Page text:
The result of this is that the debate about trans rights now is largely an intra-progressive affair — though that hasn’t stopped orthodox activists from smearing their critics as crypto-conservatives (a laughable claim given that the most impassioned activists within the gender-crit movement tend to be feminists — many of them lesbians — who have spent much of their careers manning the barricades against right-wing misogynists and homophobes). More broadly, the whole arc of left-wing activism over the last century has created a spirit of triumphalism in regard to every cause premised on an expansion of asserted rights — including anti-sexism, anti-racism and anti-homophobia. In the media, as in activist circles, anti-transphobia typically is presented as simply an obvious extrapolation of these earlier causes, and so anyone who offers any form of opposition to the orthodox stance is assumed to be a bigot. There is no acknowledgment that social-justice campaigners now have scraped up against the bare-metal limits of the rights that can be vindicated by society without biting into other, older rights won by previous activist cohorts.
A third factor is the role of social media, including within the LGBT community, where a healthy debate might once have occurred. In the pre-Twitter past, different factions of the queer movement often were able to assert themselves within a patchwork of different media. But Twitter now allows the angriest and shrillest voices to coalesce into a de facto ideological inquisition. Britain’s PinkNews, in particular, has become a notorious enforcer (and is now dismissively referred to as Penis News by exasperated lesbian critics). Canada’s Xtra is moving in the same direction. The eventual result, as Brad Polumbo recently argued, is that “LGB rights and T activism, hav[ing] been revealed to be unnatural bedfellows…will go their separate ways.” But in the meantime, anyone who embraces a gender-crit position is at risk of de-platforming. This includes Meghan Murphy herself, who left the ultra-progressive web site rabble when she refused to toe the line on gender.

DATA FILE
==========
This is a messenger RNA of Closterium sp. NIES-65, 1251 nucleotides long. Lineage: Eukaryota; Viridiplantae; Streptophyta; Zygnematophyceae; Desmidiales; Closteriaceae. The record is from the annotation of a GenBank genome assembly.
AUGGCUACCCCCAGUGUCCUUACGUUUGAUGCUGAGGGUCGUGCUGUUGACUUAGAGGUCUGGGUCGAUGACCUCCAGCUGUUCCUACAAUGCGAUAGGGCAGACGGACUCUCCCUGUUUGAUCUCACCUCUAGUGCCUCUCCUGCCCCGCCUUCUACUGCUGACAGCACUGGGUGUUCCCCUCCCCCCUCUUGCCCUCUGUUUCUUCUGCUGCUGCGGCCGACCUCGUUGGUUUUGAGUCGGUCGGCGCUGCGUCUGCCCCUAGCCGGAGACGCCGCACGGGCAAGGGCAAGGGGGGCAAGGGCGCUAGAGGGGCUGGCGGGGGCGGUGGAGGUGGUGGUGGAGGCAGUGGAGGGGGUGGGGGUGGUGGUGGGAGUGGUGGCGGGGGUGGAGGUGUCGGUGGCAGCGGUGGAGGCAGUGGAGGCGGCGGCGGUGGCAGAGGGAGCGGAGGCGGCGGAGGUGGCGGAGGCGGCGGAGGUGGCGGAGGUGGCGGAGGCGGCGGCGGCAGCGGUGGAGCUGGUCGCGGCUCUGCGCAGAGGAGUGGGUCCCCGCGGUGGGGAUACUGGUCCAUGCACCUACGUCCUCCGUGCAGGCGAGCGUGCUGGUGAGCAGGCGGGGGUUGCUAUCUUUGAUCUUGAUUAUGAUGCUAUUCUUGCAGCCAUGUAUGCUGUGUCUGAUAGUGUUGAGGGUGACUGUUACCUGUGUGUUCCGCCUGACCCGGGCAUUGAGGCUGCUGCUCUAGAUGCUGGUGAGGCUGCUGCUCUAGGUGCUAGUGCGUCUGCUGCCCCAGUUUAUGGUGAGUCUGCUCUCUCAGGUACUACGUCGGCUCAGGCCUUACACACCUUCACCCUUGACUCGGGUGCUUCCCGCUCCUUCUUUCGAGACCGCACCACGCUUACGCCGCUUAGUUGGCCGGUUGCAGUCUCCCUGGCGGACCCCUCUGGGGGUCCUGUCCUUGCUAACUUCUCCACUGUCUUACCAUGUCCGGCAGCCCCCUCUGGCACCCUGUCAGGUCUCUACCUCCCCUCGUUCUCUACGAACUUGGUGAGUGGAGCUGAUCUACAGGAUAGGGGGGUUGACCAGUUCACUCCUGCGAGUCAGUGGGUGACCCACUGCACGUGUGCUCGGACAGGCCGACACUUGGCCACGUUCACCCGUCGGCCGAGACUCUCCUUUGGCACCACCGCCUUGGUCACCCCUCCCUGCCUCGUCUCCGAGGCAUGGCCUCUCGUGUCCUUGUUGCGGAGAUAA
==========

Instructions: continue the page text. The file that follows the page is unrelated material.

Nor should the role of Facebook be discounted, even if it caters to an older demographic. One of the women who organized Meghan Murphy’s Tuesday event noted to me that, “it’s surprising how many of our most vicious critics are middle-aged,” something she chalked up to old progressives “trying to act like they’re still relevant.” But as an older person myself, I can attest that it’s more complicated than that. Most of us in our 40s and 50s operate on Facebook and Instagram within a wide network of college friends and neighbourhood parents, often numbering in the high hundreds, or even thousands. Statistically, at least one or two of these middle-agers will have a trans child (or niece or nephew), who often will take center stage in photo montages, racking up many likes, alongside links to crowdfunding drives and web sites devoted to trans rights. Prominent among the well-intentioned urban progressives who go all in on these social-media pages are journalists, who know they can spin just about every one of these children into splashy weekend features.